Brendan Burke remembers the euphoric feeling of elation in realizing his dream. After 10 seasons of broadcasting minor-league hockey, he finally landed a full-time NHL job in 2016, taking over for Howie Rose as the Islanders’ play-by-play announcer for MSG Networks.
It’s a feeling Alan Fuehring, the radio play-by-play voice of the Islanders’ AHL affiliate in Bridgeport since 2016 and Burke’s former intern with the AHL’s Peoria Rivermen, hopes to experience soon. But there are few job openings, television executives are scouting for specific qualities, and often it’s who you already know.
“It’s a frustrating process,” Burke said. “It’s borderline impossible to get one of these jobs. There are more U.S. senators than NHL broadcasters. As an American guy, it’s not 32 [teams] because you’re not getting any of those seven [Canadian] jobs. I did 10 years [in the AHL] and I was hoping every summer was going to be the summer. It’s hard to keep doing the job as well as you’re doing it and not get frustrated.”
The 33-year-old Fuehring, Bridgeport’s director of broadcasting and communications, was considered for television play-by-play jobs with the Devils and Chicago last summer. He has worked 28 NHL games between the Islanders and Chicago, filling in for 20 play-by-play assignments and substituting eight times for MSG Networks studio host Shannon Hogan last season.
He has an agent, Ethan Rautbort of IF Management, and a growing on-air resume. MSG Networks co-workers have praised how he fit in during his fill-in assignments.
It’s just a matter of getting that elusive full-time chance. June and July are typically when the openings occur.
Fuehring was not made available for comment, as the Islanders’ policy for staff members is that only president and general manager Lou Lamoriello and coach Lane Lambert speak to the media. However, Bridgeport GM Chris Lamoriello has allowed Fuehring the scheduling freedom to pursue his NHL broadcasting dream.
“Alan is just Alan,” Hogan said. “People can understand quickly if you’re trying to be somebody else. He wasn’t trying to be me. I think it’s really hard. Say you’re a young broadcaster, it takes four or five years to find your voice. I am who I am on camera and off camera, but finding that probably took six years into my professional career.
“To me, it’s only a matter of time before Alan is a full-time NHL announcer. I do believe that.”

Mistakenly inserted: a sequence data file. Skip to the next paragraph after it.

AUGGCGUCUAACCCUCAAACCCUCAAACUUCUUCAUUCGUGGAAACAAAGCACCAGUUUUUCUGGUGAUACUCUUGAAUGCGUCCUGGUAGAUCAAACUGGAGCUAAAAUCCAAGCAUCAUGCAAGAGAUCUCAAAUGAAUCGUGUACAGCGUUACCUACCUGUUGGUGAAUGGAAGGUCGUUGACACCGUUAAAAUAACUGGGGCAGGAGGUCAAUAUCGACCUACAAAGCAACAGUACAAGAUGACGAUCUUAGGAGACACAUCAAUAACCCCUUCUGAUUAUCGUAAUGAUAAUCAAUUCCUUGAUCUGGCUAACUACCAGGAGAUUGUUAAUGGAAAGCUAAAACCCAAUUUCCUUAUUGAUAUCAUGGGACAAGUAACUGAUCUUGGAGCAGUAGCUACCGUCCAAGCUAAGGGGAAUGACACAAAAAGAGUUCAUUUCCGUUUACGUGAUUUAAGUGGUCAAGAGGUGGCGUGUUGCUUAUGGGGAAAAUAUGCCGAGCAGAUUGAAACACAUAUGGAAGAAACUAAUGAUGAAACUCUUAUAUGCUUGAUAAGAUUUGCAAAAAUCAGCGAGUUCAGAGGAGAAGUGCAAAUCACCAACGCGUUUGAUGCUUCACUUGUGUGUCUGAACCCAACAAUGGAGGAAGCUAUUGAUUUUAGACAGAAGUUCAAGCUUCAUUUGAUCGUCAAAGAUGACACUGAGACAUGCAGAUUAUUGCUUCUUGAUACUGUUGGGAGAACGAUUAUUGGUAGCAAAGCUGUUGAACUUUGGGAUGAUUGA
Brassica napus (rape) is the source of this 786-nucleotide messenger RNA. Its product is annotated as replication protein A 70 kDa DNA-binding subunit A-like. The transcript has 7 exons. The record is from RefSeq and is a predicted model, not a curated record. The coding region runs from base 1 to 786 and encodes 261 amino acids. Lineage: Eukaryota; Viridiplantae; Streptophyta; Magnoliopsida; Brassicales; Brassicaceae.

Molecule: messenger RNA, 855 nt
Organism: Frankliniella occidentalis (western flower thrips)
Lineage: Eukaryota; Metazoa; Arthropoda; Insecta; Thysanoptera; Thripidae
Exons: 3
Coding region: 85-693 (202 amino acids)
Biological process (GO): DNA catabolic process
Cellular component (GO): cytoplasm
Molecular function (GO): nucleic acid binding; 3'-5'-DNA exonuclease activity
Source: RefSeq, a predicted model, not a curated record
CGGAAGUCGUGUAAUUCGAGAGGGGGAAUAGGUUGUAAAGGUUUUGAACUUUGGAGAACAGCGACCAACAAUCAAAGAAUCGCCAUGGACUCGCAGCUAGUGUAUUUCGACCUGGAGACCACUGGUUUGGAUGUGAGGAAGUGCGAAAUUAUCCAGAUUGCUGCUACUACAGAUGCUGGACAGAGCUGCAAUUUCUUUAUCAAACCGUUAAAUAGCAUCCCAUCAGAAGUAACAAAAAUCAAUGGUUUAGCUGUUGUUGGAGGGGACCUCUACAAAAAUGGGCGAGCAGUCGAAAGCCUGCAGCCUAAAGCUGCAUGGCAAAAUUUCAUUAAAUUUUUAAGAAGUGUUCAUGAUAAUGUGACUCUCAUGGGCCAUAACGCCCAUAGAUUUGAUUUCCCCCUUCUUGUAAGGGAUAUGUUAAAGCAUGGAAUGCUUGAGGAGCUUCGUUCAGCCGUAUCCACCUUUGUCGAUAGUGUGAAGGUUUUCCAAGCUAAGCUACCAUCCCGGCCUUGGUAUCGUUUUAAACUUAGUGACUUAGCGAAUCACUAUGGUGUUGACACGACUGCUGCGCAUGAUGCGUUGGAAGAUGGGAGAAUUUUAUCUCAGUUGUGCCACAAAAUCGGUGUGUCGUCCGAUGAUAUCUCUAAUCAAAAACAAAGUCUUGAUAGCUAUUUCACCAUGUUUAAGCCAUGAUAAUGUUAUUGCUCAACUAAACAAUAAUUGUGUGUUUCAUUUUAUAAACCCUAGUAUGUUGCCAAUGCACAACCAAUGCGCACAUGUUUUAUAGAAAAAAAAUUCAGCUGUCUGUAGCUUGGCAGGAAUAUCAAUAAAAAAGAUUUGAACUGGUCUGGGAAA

Of course, Fuehring needs to convince a television executive that he’s the right person for whatever job is available, whenever and wherever that may happen.
“One of the most important things a person has to have is a passion for the company they’re working for and you’ve got to have a passion for the sport,” said Mark Gross, ESPN’s senior vice president of production and remote events, who has worked on the NHL telecasts since ESPN regained a contract with the league in 2021. “I would say the best play-by-play announcers – it sounds simple – document the games the best. And, it sounds simple, but you’ve got to know the rules of hockey. There’s a lot of them. The people in the booth are the conduit to the fans and the fan doesn’t know every single rule.
“Another thing, from a play-by-play standpoint [is] are you making the people around you better, specifically the analyst? Are you setting them up properly? Are you standing aside at the right time? Last, but not least, is it’s all about the game. It’s not about the announcer, per se. You can’t try to take away from the game that people are tuning in to watch.”
Fuehring grew up in Morton, Illinois, a suburb of Peoria. Those who know him recount he practiced calling events early, either off Nintendo Game Cube or a Hot Wheels race. In fact, Fuehring remains a huge fan of NASCAR and Burke said he always thought Fuehring would be calling car races, not hockey games.
Fuehring attended Bradley University in Peoria, studying sports communication and meeting Burke in 2009 as a student intern.
But, even with a solid background, there’s always room for improvement.
Rautbort said coaching is part of his company’s services in addition to sending out audition tapes. That ranges from working with a voice coach to Rautbort sending him a couple of notes after Fuehring works an NHL game.
Then, there’s the networking.
“You never really know when that production assistant from 10 years ago is now going to be the one making hiring decisions,” Rautbort said. “It’s entirely relationship building and Alan does a great job of that.”
Burke’s busy national broadcasting schedule guarantees MSG Networks will need a fill-in play-by-play announcer for several games each season.
“He has the best job in the AHL right now,” Burke said. “Anybody in the AHL, you want to get NHL games. That puts you ahead of the pack.”